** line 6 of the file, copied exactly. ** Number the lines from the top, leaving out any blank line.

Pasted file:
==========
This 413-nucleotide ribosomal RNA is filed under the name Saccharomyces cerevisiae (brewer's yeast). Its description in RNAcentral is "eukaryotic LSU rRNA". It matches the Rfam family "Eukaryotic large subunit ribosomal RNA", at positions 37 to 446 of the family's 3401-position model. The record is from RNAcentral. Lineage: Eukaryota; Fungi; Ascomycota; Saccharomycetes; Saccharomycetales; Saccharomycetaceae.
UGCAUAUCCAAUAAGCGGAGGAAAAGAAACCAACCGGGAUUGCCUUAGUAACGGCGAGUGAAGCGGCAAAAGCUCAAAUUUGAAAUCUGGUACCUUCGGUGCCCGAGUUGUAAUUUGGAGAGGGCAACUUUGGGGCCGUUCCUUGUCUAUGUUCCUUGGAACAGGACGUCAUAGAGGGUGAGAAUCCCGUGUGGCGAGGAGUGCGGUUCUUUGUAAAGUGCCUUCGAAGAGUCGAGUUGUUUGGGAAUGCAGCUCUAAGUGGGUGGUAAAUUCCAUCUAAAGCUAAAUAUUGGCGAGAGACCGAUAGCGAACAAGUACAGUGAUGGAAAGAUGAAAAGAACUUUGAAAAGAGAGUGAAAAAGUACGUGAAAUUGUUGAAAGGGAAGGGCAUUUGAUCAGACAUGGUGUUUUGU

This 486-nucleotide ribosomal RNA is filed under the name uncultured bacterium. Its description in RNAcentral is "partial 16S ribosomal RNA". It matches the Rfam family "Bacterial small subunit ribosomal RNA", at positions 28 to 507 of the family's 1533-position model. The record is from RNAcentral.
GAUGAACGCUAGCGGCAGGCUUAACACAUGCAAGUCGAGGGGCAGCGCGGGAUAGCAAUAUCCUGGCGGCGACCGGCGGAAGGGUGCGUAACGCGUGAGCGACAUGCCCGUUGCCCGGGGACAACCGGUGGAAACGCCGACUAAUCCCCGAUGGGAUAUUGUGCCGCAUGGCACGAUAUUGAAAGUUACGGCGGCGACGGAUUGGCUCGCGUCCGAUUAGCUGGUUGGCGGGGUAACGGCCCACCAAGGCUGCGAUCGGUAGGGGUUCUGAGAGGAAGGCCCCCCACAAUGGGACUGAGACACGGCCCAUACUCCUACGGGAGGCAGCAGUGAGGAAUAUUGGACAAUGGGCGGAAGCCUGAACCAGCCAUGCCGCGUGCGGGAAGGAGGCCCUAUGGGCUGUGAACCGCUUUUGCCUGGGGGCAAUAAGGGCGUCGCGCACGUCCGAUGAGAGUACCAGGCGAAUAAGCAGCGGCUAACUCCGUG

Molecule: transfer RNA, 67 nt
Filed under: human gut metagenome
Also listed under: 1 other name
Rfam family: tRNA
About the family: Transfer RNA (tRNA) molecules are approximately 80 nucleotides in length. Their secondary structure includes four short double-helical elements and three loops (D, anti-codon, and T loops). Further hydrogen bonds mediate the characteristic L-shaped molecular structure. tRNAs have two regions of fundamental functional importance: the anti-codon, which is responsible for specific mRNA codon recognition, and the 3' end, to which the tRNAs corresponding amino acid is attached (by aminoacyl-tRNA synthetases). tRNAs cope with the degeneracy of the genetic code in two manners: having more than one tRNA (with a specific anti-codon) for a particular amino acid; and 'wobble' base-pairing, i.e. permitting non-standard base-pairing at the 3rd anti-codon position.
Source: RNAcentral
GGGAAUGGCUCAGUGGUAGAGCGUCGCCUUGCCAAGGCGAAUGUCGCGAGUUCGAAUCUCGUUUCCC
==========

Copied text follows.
Filed under: human gut metagenome